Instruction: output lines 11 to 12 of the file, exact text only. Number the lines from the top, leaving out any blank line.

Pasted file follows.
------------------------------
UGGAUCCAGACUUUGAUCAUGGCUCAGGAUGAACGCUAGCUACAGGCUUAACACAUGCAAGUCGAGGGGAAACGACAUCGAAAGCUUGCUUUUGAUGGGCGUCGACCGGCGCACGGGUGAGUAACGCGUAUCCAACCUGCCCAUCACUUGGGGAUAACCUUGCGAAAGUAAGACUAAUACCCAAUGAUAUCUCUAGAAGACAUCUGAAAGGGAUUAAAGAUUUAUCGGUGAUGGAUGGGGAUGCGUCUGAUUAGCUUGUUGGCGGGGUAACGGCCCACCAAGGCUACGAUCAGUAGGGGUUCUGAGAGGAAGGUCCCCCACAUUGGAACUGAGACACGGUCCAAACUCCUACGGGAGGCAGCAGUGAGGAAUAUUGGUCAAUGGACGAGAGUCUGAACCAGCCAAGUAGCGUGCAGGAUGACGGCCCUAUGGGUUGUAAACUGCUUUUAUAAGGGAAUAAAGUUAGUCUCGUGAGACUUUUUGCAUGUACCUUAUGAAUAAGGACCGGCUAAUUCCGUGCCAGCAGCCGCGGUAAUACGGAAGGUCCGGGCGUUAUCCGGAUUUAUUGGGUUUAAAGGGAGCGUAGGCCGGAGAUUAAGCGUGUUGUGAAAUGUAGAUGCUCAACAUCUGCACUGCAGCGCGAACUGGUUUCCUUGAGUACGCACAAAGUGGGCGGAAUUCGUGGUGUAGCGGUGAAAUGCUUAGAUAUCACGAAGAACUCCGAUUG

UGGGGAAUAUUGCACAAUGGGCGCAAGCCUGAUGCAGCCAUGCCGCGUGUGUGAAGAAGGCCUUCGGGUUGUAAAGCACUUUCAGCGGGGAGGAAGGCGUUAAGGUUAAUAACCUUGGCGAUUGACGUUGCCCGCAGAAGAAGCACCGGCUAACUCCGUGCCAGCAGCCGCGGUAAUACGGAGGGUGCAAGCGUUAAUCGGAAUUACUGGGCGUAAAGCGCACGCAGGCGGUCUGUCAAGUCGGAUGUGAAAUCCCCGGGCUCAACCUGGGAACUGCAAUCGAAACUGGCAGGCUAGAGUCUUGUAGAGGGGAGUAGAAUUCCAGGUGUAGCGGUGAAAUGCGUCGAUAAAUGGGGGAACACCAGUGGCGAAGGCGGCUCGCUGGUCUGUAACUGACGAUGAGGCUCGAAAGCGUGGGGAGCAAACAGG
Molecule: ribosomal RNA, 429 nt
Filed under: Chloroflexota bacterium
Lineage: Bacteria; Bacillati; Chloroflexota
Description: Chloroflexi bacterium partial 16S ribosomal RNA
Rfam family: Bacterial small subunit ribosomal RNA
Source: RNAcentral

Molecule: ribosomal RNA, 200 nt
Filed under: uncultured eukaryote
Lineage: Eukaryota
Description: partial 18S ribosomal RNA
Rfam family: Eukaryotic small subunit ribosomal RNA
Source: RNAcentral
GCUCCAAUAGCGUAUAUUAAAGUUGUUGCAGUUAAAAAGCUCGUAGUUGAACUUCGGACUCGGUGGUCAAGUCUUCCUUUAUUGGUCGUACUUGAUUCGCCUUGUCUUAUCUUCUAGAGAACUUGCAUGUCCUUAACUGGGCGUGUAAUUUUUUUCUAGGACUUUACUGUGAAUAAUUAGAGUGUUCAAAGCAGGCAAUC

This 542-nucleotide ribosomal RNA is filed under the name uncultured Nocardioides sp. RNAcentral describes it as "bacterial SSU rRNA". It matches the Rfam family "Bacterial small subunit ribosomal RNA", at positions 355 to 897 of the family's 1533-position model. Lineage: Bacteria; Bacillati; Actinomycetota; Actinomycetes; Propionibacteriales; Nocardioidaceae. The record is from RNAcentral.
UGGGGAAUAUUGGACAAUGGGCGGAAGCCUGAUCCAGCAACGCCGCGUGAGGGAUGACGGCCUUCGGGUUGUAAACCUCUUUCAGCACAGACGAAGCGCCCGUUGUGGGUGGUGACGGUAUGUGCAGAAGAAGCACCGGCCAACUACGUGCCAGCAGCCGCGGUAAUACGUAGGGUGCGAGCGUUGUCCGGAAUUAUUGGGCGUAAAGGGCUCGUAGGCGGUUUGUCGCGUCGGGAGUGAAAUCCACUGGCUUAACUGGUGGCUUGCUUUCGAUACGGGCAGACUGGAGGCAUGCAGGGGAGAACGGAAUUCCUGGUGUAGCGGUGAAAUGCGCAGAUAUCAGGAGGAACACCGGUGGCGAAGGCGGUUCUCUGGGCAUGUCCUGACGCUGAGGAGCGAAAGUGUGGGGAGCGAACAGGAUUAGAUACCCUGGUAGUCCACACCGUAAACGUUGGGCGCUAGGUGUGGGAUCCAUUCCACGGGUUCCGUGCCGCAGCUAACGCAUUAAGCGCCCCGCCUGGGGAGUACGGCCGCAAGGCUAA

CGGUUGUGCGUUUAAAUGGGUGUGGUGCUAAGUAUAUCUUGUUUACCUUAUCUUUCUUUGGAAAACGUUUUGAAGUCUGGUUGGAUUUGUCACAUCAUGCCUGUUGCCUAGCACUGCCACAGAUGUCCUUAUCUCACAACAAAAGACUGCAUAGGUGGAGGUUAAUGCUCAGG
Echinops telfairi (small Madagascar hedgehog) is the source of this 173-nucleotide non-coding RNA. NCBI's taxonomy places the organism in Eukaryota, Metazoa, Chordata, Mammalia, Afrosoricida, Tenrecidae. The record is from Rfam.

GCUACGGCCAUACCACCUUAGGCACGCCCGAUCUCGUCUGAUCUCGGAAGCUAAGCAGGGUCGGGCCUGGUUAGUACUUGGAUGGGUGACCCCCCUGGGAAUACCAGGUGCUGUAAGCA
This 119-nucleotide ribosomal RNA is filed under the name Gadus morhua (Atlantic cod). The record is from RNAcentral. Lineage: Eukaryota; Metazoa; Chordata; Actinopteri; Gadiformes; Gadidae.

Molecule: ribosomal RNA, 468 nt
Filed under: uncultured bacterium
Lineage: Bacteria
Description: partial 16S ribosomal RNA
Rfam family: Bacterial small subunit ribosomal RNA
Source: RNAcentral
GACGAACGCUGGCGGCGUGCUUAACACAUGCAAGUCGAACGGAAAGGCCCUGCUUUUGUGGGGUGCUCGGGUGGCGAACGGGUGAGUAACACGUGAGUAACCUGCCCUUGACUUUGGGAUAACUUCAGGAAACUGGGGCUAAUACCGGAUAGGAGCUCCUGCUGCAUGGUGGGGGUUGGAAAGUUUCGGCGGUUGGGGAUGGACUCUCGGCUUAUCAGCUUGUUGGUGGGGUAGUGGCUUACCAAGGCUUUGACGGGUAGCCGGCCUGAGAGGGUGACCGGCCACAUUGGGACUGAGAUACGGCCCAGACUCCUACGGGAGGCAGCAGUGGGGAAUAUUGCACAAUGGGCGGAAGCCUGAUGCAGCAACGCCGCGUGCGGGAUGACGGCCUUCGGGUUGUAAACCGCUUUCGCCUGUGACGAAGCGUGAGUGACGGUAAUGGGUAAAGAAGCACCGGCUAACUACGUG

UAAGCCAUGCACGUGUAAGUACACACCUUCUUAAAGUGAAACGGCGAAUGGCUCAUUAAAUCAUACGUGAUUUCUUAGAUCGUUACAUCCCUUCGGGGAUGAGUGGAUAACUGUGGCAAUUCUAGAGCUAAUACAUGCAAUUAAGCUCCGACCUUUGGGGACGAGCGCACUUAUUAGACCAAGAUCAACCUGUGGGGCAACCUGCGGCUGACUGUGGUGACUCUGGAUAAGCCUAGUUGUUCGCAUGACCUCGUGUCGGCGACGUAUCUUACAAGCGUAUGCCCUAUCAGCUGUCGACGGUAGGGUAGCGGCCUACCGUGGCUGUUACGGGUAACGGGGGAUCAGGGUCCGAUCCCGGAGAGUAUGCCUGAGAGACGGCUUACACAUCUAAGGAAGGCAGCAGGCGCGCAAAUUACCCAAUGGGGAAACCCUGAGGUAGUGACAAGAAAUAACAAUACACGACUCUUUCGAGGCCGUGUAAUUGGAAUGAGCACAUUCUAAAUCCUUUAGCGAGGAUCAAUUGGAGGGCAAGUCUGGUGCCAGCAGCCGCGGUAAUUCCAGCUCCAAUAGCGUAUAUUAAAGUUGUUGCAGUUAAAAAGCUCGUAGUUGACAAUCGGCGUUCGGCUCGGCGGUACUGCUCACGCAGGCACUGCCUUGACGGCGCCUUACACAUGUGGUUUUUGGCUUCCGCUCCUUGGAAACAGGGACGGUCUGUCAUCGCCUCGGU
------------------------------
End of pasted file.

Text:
Lineage: Eukaryota
Description: partial 18S ribosomal RNA